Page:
‘A Doll’s House’

‘A Doll’s House’ is a classic by Norwegian, Henrik Ibsen, and was first performed at Christmas 1879 in Copenhagen. This contemporary play is now beautifully presented, with real depth to the richness of the characters by the Hayman Theatre Upstairs, at Curtin University, Kent Street, Bentley. The two and a half hour performances are each night, at the early time of 7.00 pm, until Saturday 8th March.

The excellent set was designed by Phil Miolin and built by the ever-dependable Ian Stewart and Alistair Kennedy . It depicts the Helmer’s sitting room on Christmas Eve, sometime in the mid-1970s. The cream walled room has in its centre a large leather couch, to the right a piano and on the left a massive undecorated Christmas tree. The properties, that included several well-considered kitsch items of the day, a stereogram, the obligatory lava lamp and a Giclee print of Tretchikoff’s ‘Chinese Girl’ (the original was recently bought for $1.7 million) were conceived by the director and collected by Bridgette Weller-Brown and Nicole Sandrini. The walls are covered with large seasonal decorations.

         The young maid, Helene (Rhiannon Peterson) opens the front door and in staggers a porter (Alistair Kennedy) carrying a huge doll’s house. He is followed by the children’s nanny, Anne-Marie (Liberty Hills) carrying wrapping paper and presents. The lady of the house, the manipulative and insincere Nora (Gemma Middleton) in her usual flamboyant way pays the porter the ridiculous sum that he requests and gives him a generous tip on top. This is typical of the lack of respect for money that has had her adoring husband and saviour, Torvald (George Ashforth) worried for years. He thinks she is a ‘silly’ girl, but there is a lot more to Nora than that.

         After years of dedication, Torvald has just been appointed head of the local bank but for Nora this just means a better social standing and more money to fritter away.

        Nora is just about to tackle the Christmas tree decoration when the maid announces that Mrs Kristine Linde (Amelia Tuttleby), an old school friend that Nora has not seen for some twenty years, is at the door. Nora warmly welcomes Kristine but as they dress the tree together, Nora gets the greatest pleasure from telling her friend of her wealth and happiness, before – in false sympathy – pointing out Kristine’s disastrous failure in life.

       The young handsome family doctor, Dr Rank (Nathan Whitebrook) arrives and is immediately shown into Torvald’s study. The next arrival is the de-barred solicitor, now a senior official in Torvald’s bank, Nils Krogstad (Monty Sallur). Nils, the antagonist, seems to have an unexplainable ‘hold’ over everyone he encounters, especially the mendacious Nora.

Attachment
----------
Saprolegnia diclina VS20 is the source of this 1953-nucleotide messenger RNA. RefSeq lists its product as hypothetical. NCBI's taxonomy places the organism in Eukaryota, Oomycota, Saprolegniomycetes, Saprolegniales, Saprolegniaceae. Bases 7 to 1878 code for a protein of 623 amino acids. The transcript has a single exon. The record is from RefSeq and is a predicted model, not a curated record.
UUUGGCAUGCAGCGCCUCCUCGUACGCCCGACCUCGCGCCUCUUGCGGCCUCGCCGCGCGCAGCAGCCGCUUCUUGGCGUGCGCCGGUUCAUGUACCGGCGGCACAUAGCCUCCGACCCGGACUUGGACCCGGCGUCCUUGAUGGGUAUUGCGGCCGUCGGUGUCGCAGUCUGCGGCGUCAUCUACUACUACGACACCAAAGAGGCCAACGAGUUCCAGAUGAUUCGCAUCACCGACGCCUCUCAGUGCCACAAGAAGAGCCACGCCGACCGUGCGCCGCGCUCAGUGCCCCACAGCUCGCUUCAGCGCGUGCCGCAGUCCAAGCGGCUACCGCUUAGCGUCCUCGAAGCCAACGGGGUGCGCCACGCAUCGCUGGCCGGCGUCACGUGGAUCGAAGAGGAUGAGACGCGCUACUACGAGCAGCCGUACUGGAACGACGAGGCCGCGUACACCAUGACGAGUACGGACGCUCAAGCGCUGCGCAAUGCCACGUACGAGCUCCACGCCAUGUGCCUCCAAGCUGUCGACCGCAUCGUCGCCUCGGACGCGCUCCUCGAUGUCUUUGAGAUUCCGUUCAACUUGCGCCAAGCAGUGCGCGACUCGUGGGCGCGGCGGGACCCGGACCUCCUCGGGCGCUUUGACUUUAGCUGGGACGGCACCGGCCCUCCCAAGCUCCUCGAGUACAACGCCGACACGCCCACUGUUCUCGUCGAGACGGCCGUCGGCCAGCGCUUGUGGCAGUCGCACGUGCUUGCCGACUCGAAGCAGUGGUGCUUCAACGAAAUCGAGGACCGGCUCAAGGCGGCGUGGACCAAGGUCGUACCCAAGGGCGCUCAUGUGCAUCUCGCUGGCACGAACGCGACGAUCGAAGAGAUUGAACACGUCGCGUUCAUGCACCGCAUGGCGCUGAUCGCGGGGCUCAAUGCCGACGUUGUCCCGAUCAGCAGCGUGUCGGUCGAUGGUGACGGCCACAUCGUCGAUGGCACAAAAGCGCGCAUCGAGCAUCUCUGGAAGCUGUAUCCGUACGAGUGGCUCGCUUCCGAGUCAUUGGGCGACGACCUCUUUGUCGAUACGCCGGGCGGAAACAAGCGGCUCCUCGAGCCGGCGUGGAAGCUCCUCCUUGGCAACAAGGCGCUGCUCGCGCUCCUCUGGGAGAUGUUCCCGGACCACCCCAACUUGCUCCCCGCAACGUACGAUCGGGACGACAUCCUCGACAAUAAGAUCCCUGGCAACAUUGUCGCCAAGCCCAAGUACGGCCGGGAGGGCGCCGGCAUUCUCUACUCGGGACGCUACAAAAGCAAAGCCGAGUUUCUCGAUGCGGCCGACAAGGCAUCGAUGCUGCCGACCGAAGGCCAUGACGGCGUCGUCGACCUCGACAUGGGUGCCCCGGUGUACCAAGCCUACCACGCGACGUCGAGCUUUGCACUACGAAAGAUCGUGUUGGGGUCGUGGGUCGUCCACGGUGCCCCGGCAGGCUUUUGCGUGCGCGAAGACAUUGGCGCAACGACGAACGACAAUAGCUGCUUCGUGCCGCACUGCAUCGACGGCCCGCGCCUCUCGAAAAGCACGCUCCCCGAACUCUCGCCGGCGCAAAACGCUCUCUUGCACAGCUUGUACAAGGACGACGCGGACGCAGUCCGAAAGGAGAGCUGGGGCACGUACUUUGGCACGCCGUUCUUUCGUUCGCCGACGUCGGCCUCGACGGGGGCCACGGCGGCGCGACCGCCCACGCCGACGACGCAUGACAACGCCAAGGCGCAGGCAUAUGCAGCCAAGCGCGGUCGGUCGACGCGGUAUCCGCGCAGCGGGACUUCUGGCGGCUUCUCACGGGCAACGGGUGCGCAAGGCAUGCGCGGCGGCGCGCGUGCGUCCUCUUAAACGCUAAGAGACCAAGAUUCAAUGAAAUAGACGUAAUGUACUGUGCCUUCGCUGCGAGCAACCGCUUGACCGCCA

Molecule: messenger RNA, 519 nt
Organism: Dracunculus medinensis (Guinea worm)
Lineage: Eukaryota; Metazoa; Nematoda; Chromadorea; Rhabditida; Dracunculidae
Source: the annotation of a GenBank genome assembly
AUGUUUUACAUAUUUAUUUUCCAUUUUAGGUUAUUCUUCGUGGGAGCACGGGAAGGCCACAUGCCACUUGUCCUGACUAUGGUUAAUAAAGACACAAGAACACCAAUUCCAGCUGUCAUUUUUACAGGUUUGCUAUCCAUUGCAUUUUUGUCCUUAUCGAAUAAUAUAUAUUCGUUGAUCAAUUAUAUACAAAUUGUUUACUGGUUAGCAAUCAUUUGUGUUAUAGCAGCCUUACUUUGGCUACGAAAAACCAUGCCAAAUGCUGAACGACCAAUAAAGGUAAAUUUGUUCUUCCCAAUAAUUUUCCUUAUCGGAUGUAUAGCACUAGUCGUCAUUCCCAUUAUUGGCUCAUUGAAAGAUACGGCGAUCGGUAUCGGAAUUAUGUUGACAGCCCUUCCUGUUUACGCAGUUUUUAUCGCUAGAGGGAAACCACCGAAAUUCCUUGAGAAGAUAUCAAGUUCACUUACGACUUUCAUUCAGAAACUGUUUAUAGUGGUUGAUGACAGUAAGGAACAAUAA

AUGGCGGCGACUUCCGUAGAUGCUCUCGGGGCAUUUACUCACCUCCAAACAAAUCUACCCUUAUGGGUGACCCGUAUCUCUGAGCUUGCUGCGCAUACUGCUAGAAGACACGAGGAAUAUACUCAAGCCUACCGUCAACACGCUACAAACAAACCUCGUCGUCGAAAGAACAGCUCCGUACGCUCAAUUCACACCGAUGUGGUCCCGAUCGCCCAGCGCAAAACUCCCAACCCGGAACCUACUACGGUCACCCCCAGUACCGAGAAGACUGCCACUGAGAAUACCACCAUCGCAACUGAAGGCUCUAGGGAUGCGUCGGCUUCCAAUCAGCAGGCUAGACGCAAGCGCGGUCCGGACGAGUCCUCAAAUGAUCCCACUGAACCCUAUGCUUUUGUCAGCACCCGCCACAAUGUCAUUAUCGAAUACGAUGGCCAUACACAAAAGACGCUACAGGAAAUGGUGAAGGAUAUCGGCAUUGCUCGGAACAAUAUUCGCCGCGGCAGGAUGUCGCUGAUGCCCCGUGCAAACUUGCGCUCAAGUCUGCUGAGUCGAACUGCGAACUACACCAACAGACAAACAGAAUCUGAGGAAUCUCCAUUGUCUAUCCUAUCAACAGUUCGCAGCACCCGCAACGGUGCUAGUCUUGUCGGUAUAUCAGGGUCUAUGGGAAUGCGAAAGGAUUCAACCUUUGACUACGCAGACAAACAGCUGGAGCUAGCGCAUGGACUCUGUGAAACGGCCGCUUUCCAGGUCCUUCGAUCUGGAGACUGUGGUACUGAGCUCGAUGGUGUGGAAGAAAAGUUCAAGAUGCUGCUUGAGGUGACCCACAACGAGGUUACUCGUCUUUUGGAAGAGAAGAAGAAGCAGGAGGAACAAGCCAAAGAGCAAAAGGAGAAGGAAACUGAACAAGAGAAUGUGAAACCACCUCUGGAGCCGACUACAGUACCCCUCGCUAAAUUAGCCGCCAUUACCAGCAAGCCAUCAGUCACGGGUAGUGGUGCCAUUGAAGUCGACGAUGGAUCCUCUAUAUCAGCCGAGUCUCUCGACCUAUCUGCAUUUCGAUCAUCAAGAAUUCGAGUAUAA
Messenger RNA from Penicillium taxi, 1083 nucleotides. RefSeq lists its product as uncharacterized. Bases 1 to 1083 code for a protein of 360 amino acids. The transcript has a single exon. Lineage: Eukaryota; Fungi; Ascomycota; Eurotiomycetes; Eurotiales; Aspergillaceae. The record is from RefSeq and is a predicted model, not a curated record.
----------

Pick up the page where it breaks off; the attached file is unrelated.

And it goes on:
Will Torvald see through Nora’s screen and will everyone live happily ever after? 

Ibsen’s skill and popularity is in building an apparently secure, or totally uncertain, situation before removing all the rules of society and turning the whole state of affairs on its head. To do this on the stage, demands a director with a full understanding of the script, subtlety and quality actors who can slowly move their characters from one extreme to another throughout the performance. Gemma Middleton was truly outstanding; she really conquered Nora’s many idiosyncrasies. By having Nora and Kristine decorate the Christmas tree together helped emphasise the nastier side of Nora, who was quite happy to make her ‘acquaintance’ work for her whilst she abused and belittled her. The cast worked brilliantly as a team, showing amazing chemistry, with Torvald, Dr Rank, Kristine and of course Krogstad all having their moments of brilliance.

Magnificently directed by Artist-in-Residence Philip Miolin, assisted by Samantha Barrett, they brought this classic play to life. When the word ‘contemporary’ is mentioned it often means an excuse to jazz a play up, then lose all the feeling and meaning. By employing a season and era with which most younger theatregoers can connect, the whole production was most accessible; and whilst retaining the quality and feel of the original script, the production was not too highbrow.

In this production restraint was the key word, with sensible sound design – great to hear LPs again – at a good level (Ryan Hunt), quality lighting  (Karen Cook) with an unusual ‘wow’ moment and costumes (Alex Vernon) true to the era – the flares brought a smile. SM Becca Jackson and her assistant Jennifer Scullion handled the whole stage production efficiently.

This is a terrific production of an old favourite that I have seen ruined by incompetence so many times in the past. Highly recommended.